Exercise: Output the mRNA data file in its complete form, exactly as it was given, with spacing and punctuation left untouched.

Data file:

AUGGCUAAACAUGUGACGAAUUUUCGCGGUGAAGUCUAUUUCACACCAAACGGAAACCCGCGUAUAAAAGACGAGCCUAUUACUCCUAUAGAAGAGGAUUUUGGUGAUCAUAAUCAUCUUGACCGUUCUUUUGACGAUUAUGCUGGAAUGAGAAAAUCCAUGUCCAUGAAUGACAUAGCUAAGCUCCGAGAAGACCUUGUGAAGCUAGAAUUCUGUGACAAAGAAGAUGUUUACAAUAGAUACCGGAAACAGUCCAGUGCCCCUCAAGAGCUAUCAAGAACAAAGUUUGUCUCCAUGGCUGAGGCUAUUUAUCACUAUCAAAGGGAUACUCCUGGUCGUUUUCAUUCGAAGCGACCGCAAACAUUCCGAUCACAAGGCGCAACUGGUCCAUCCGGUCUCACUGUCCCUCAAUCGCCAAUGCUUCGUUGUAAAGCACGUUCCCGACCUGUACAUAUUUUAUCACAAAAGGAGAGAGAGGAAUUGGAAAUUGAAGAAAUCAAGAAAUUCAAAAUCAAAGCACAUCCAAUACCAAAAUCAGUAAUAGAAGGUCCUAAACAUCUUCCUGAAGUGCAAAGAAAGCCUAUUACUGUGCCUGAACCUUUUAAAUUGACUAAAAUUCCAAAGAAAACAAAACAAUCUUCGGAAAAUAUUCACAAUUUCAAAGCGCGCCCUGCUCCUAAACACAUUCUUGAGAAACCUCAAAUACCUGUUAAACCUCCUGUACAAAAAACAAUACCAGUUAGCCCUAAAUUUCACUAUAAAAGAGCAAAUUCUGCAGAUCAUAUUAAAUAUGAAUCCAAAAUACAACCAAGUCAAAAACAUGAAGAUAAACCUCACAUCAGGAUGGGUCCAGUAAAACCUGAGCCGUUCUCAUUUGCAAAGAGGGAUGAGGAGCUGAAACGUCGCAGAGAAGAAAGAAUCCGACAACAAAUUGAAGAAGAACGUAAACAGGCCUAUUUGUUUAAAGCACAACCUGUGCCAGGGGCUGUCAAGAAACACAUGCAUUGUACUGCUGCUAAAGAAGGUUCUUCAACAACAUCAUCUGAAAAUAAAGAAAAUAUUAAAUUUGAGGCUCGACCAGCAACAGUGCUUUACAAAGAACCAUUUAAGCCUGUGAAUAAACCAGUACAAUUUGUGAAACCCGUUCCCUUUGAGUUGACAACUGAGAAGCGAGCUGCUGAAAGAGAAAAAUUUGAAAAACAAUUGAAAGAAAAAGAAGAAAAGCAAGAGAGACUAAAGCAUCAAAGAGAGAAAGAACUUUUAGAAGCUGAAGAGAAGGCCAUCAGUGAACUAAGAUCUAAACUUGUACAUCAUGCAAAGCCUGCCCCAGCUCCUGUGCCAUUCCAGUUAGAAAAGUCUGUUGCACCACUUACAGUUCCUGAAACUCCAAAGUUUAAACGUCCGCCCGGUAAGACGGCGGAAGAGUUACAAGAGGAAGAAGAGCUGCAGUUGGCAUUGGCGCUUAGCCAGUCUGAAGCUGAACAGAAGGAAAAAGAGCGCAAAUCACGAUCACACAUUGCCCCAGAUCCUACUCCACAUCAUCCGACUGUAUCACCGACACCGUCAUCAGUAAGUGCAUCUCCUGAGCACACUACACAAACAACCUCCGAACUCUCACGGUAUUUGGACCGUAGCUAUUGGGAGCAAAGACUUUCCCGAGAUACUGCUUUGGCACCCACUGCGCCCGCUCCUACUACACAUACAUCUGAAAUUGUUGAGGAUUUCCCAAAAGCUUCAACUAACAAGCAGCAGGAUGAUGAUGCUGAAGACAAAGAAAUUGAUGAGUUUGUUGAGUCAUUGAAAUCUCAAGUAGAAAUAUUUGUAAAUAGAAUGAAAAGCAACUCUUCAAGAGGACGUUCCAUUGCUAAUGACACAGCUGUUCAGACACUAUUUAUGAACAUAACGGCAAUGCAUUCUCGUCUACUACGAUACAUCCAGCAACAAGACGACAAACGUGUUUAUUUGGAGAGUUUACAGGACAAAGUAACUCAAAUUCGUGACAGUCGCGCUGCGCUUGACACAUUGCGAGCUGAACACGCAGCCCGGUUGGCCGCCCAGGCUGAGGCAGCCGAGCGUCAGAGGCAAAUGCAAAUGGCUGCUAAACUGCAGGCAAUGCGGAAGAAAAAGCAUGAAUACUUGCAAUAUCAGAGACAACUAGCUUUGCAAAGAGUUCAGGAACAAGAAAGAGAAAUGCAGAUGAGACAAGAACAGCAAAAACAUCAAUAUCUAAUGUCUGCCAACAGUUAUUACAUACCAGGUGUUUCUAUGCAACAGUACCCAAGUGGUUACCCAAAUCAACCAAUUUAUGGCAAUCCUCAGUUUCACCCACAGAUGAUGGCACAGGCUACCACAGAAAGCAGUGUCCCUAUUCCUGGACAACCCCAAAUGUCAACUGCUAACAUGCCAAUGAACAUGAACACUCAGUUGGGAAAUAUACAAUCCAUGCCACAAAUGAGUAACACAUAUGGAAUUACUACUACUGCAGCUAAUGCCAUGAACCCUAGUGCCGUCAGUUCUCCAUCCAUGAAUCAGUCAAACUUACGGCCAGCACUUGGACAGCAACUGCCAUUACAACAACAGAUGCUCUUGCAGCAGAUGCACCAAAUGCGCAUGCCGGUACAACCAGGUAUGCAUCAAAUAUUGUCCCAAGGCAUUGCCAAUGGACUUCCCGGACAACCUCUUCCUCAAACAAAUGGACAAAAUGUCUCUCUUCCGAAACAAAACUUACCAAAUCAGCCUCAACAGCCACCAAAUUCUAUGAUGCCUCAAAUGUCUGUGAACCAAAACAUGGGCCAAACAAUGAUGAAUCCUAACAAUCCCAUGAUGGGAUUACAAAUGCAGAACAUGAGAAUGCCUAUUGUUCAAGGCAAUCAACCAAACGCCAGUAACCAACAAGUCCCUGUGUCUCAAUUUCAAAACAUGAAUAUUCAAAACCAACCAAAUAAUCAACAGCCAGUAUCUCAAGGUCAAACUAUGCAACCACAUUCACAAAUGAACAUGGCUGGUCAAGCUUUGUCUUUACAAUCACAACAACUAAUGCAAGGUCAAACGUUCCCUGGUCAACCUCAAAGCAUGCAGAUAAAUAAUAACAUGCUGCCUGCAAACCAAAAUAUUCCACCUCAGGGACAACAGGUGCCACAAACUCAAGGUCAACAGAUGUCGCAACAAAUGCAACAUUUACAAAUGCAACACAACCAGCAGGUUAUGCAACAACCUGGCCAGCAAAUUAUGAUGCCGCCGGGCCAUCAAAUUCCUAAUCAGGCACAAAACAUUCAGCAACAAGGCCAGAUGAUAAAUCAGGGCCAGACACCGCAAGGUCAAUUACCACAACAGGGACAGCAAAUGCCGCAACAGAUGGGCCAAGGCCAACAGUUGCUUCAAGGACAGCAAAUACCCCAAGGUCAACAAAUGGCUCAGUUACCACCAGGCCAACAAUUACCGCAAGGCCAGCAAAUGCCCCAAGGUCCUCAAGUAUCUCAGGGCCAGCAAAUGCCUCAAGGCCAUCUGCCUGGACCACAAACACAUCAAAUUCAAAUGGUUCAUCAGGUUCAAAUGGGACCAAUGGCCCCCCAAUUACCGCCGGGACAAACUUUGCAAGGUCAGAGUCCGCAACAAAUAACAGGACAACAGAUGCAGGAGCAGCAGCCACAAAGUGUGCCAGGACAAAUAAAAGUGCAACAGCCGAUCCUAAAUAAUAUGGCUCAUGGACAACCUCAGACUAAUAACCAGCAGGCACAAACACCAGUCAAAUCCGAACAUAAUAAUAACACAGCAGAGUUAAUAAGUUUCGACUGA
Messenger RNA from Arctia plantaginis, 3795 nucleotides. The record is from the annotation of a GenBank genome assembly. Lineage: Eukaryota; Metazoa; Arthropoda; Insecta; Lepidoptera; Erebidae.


AUGGCUAAACAUGUGACGAAUUUUCGCGGUGAAGUCUAUUUCACACCAAACGGAAACCCGCGUAUAAAAGACGAGCCUAUUACUCCUAUAGAAGAGGAUUUUGGUGAUCAUAAUCAUCUUGACCGUUCUUUUGACGAUUAUGCUGGAAUGAGAAAAUCCAUGUCCAUGAAUGACAUAGCUAAGCUCCGAGAAGACCUUGUGAAGCUAGAAUUCUGUGACAAAGAAGAUGUUUACAAUAGAUACCGGAAACAGUCCAGUGCCCCUCAAGAGCUAUCAAGAACAAAGUUUGUCUCCAUGGCUGAGGCUAUUUAUCACUAUCAAAGGGAUACUCCUGGUCGUUUUCAUUCGAAGCGACCGCAAACAUUCCGAUCACAAGGCGCAACUGGUCCAUCCGGUCUCACUGUCCCUCAAUCGCCAAUGCUUCGUUGUAAAGCACGUUCCCGACCUGUACAUAUUUUAUCACAAAAGGAGAGAGAGGAAUUGGAAAUUGAAGAAAUCAAGAAAUUCAAAAUCAAAGCACAUCCAAUACCAAAAUCAGUAAUAGAAGGUCCUAAACAUCUUCCUGAAGUGCAAAGAAAGCCUAUUACUGUGCCUGAACCUUUUAAAUUGACUAAAAUUCCAAAGAAAACAAAACAAUCUUCGGAAAAUAUUCACAAUUUCAAAGCGCGCCCUGCUCCUAAACACAUUCUUGAGAAACCUCAAAUACCUGUUAAACCUCCUGUACAAAAAACAAUACCAGUUAGCCCUAAAUUUCACUAUAAAAGAGCAAAUUCUGCAGAUCAUAUUAAAUAUGAAUCCAAAAUACAACCAAGUCAAAAACAUGAAGAUAAACCUCACAUCAGGAUGGGUCCAGUAAAACCUGAGCCGUUCUCAUUUGCAAAGAGGGAUGAGGAGCUGAAACGUCGCAGAGAAGAAAGAAUCCGACAACAAAUUGAAGAAGAACGUAAACAGGCCUAUUUGUUUAAAGCACAACCUGUGCCAGGGGCUGUCAAGAAACACAUGCAUUGUACUGCUGCUAAAGAAGGUUCUUCAACAACAUCAUCUGAAAAUAAAGAAAAUAUUAAAUUUGAGGCUCGACCAGCAACAGUGCUUUACAAAGAACCAUUUAAGCCUGUGAAUAAACCAGUACAAUUUGUGAAACCCGUUCCCUUUGAGUUGACAACUGAGAAGCGAGCUGCUGAAAGAGAAAAAUUUGAAAAACAAUUGAAAGAAAAAGAAGAAAAGCAAGAGAGACUAAAGCAUCAAAGAGAGAAAGAACUUUUAGAAGCUGAAGAGAAGGCCAUCAGUGAACUAAGAUCUAAACUUGUACAUCAUGCAAAGCCUGCCCCAGCUCCUGUGCCAUUCCAGUUAGAAAAGUCUGUUGCACCACUUACAGUUCCUGAAACUCCAAAGUUUAAACGUCCGCCCGGUAAGACGGCGGAAGAGUUACAAGAGGAAGAAGAGCUGCAGUUGGCAUUGGCGCUUAGCCAGUCUGAAGCUGAACAGAAGGAAAAAGAGCGCAAAUCACGAUCACACAUUGCCCCAGAUCCUACUCCACAUCAUCCGACUGUAUCACCGACACCGUCAUCAGUAAGUGCAUCUCCUGAGCACACUACACAAACAACCUCCGAACUCUCACGGUAUUUGGACCGUAGCUAUUGGGAGCAAAGACUUUCCCGAGAUACUGCUUUGGCACCCACUGCGCCCGCUCCUACUACACAUACAUCUGAAAUUGUUGAGGAUUUCCCAAAAGCUUCAACUAACAAGCAGCAGGAUGAUGAUGCUGAAGACAAAGAAAUUGAUGAGUUUGUUGAGUCAUUGAAAUCUCAAGUAGAAAUAUUUGUAAAUAGAAUGAAAAGCAACUCUUCAAGAGGACGUUCCAUUGCUAAUGACACAGCUGUUCAGACACUAUUUAUGAACAUAACGGCAAUGCAUUCUCGUCUACUACGAUACAUCCAGCAACAAGACGACAAACGUGUUUAUUUGGAGAGUUUACAGGACAAAGUAACUCAAAUUCGUGACAGUCGCGCUGCGCUUGACACAUUGCGAGCUGAACACGCAGCCCGGUUGGCCGCCCAGGCUGAGGCAGCCGAGCGUCAGAGGCAAAUGCAAAUGGCUGCUAAACUGCAGGCAAUGCGGAAGAAAAAGCAUGAAUACUUGCAAUAUCAGAGACAACUAGCUUUGCAAAGAGUUCAGGAACAAGAAAGAGAAAUGCAGAUGAGACAAGAACAGCAAAAACAUCAAUAUCUAAUGUCUGCCAACAGUUAUUACAUACCAGGUGUUUCUAUGCAACAGUACCCAAGUGGUUACCCAAAUCAACCAAUUUAUGGCAAUCCUCAGUUUCACCCACAGAUGAUGGCACAGGCUACCACAGAAAGCAGUGUCCCUAUUCCUGGACAACCCCAAAUGUCAACUGCUAACAUGCCAAUGAACAUGAACACUCAGUUGGGAAAUAUACAAUCCAUGCCACAAAUGAGUAACACAUAUGGAAUUACUACUACUGCAGCUAAUGCCAUGAACCCUAGUGCCGUCAGUUCUCCAUCCAUGAAUCAGUCAAACUUACGGCCAGCACUUGGACAGCAACUGCCAUUACAACAACAGAUGCUCUUGCAGCAGAUGCACCAAAUGCGCAUGCCGGUACAACCAGGUAUGCAUCAAAUAUUGUCCCAAGGCAUUGCCAAUGGACUUCCCGGACAACCUCUUCCUCAAACAAAUGGACAAAAUGUCUCUCUUCCGAAACAAAACUUACCAAAUCAGCCUCAACAGCCACCAAAUUCUAUGAUGCCUCAAAUGUCUGUGAACCAAAACAUGGGCCAAACAAUGAUGAAUCCUAACAAUCCCAUGAUGGGAUUACAAAUGCAGAACAUGAGAAUGCCUAUUGUUCAAGGCAAUCAACCAAACGCCAGUAACCAACAAGUCCCUGUGUCUCAAUUUCAAAACAUGAAUAUUCAAAACCAACCAAAUAAUCAACAGCCAGUAUCUCAAGGUCAAACUAUGCAACCACAUUCACAAAUGAACAUGGCUGGUCAAGCUUUGUCUUUACAAUCACAACAACUAAUGCAAGGUCAAACGUUCCCUGGUCAACCUCAAAGCAUGCAGAUAAAUAAUAACAUGCUGCCUGCAAACCAAAAUAUUCCACCUCAGGGACAACAGGUGCCACAAACUCAAGGUCAACAGAUGUCGCAACAAAUGCAACAUUUACAAAUGCAACACAACCAGCAGGUUAUGCAACAACCUGGCCAGCAAAUUAUGAUGCCGCCGGGCCAUCAAAUUCCUAAUCAGGCACAAAACAUUCAGCAACAAGGCCAGAUGAUAAAUCAGGGCCAGACACCGCAAGGUCAAUUACCACAACAGGGACAGCAAAUGCCGCAACAGAUGGGCCAAGGCCAACAGUUGCUUCAAGGACAGCAAAUACCCCAAGGUCAACAAAUGGCUCAGUUACCACCAGGCCAACAAUUACCGCAAGGCCAGCAAAUGCCCCAAGGUCCUCAAGUAUCUCAGGGCCAGCAAAUGCCUCAAGGCCAUCUGCCUGGACCACAAACACAUCAAAUUCAAAUGGUUCAUCAGGUUCAAAUGGGACCAAUGGCCCCCCAAUUACCGCCGGGACAAACUUUGCAAGGUCAGAGUCCGCAACAAAUAACAGGACAACAGAUGCAGGAGCAGCAGCCACAAAGUGUGCCAGGACAAAUAAAAGUGCAACAGCCGAUCCUAAAUAAUAUGGCUCAUGGACAACCUCAGACUAAUAACCAGCAGGCACAAACACCAGUCAAAUCCGAACAUAAUAAUAACACAGCAGAGUUAAUAAGUUUCGACUGA
Messenger RNA from Arctia plantaginis, 3795 nucleotides. The record is from the annotation of a GenBank genome assembly. Lineage: Eukaryota; Metazoa; Arthropoda; Insecta; Lepidoptera; Erebidae.